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At a time when F1 chiefs have come under scrutiny for a 24-race 2023 calendar that jets around the world, Mercedes has shown how teams can take their own responsibility in helping make environmental improvements.

The Brackley-based squad elected to experiment with running 16 of its F1 race trucks on Hydrotreated Vegetable Oil (HVO 100) biofuel for the three post-summer break races in Belgium, the Netherlands and Italy.

It wanted to use the three events, which feature a total driving distance of 1400km, to gather some good insight into the challenges and positive impacts of switching from regular diesel.

The team is hoping that the lessons learned, especially around supply issues on mainland Europe, can help it move towards using sustainable fuels as much as possible in 2023.

Having successfully completed a test with one truck back home from the Hungarian Grand Prix, Mercedes chose to run 16 of them for its recent trial at the last three F1 events.

And all but 20 km of the 1400km were run on biofuel, with only the lack of availability of the product in Italy meaning the final 20km to Monza had to be done on diesel.

Analysis of the running showed that the use of the HVO 100 biofuel saved a total of 44,091kg of CO2 being released, which is a reduction in emissions of 89 percent.

Mercedes truck

Photo by: Mercedes AMG

Mercedes boss Toto Wolff said the truck experiment was an example of the push being made by his team to reduce its carbon footprint.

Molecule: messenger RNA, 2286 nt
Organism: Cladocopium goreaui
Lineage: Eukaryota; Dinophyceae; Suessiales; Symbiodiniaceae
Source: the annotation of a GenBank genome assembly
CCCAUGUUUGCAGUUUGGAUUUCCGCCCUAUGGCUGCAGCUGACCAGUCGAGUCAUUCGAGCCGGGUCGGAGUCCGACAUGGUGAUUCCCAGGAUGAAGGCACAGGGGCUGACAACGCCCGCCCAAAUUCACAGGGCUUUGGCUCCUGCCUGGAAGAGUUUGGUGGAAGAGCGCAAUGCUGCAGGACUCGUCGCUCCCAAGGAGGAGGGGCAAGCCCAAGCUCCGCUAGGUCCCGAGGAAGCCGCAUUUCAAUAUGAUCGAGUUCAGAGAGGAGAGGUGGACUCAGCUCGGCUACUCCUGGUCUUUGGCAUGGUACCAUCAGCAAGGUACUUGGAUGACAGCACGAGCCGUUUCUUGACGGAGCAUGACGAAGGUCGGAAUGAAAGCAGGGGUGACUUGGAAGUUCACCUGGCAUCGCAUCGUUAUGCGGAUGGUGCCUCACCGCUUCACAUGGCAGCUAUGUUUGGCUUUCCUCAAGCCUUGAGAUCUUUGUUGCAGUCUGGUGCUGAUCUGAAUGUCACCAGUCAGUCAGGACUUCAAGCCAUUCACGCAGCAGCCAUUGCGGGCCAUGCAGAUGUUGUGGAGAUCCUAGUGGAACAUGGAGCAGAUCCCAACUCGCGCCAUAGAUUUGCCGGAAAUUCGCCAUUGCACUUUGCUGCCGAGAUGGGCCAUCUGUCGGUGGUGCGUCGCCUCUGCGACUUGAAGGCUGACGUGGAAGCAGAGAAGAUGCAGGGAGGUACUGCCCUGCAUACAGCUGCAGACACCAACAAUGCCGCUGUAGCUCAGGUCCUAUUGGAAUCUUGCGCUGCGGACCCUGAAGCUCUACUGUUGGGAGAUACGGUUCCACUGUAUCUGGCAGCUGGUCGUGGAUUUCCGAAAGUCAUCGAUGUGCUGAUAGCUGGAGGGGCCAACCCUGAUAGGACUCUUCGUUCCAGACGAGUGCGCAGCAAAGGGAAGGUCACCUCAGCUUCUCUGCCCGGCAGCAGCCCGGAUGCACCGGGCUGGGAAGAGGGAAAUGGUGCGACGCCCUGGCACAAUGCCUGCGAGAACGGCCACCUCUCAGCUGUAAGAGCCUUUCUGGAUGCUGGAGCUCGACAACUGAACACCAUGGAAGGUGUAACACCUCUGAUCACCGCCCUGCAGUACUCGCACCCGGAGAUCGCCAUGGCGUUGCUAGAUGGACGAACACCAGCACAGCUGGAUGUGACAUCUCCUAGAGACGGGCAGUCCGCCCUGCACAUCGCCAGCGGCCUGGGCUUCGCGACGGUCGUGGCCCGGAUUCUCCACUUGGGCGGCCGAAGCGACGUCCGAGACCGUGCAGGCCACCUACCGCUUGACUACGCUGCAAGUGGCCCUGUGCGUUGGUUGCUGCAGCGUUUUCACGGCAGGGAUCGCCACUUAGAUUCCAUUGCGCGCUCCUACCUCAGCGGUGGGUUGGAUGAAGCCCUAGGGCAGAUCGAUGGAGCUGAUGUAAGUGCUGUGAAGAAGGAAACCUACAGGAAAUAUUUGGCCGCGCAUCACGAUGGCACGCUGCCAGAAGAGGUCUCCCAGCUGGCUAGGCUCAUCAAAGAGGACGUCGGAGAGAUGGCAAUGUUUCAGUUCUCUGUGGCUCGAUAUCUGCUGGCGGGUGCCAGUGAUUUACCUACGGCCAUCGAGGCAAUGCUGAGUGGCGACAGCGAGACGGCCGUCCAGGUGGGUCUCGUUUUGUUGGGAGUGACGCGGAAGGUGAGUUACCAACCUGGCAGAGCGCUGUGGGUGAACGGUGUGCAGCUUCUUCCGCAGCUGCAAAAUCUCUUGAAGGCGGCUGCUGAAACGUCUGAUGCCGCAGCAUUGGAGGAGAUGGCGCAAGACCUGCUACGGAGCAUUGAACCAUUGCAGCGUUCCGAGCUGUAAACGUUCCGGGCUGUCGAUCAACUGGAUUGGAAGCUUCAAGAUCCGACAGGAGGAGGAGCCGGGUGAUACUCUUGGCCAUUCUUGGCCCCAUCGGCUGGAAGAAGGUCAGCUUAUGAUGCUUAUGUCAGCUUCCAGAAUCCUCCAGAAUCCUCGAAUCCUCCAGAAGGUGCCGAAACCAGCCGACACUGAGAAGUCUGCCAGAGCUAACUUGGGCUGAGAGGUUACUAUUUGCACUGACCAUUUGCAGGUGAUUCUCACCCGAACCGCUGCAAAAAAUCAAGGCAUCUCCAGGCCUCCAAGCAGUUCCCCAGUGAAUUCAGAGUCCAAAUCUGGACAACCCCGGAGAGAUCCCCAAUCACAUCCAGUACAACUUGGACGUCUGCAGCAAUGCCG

“Sustainability is at the heart of our operations,” he said. “Trialling the use of biofuels for our land freight is another example of our commitment to embed sustainability in every decision we make and action we take.

“We aim to be on the cutting edge of change and hope we can make the adoption of sustainable technology possible as we are all in the race towards a sustainable tomorrow.”

HVO 100 is a 100 percent renewable fossil fuel that is derived from vegetable oils, waste oils and fats. As well as the fuel reducing CO2 emission, it also produces less Nox and particulate emissions

The Mercedes F1 team is aiming to become Net Zero by 2030, and has already become the first grand prix outfit to invest in Sustainable Aviation Fuel.

It believes this alone will help it achieve a net 50 percent reduction in the team’s carbon footprint for race personnel flights – which account for over a quarter of its overall emissions each year.

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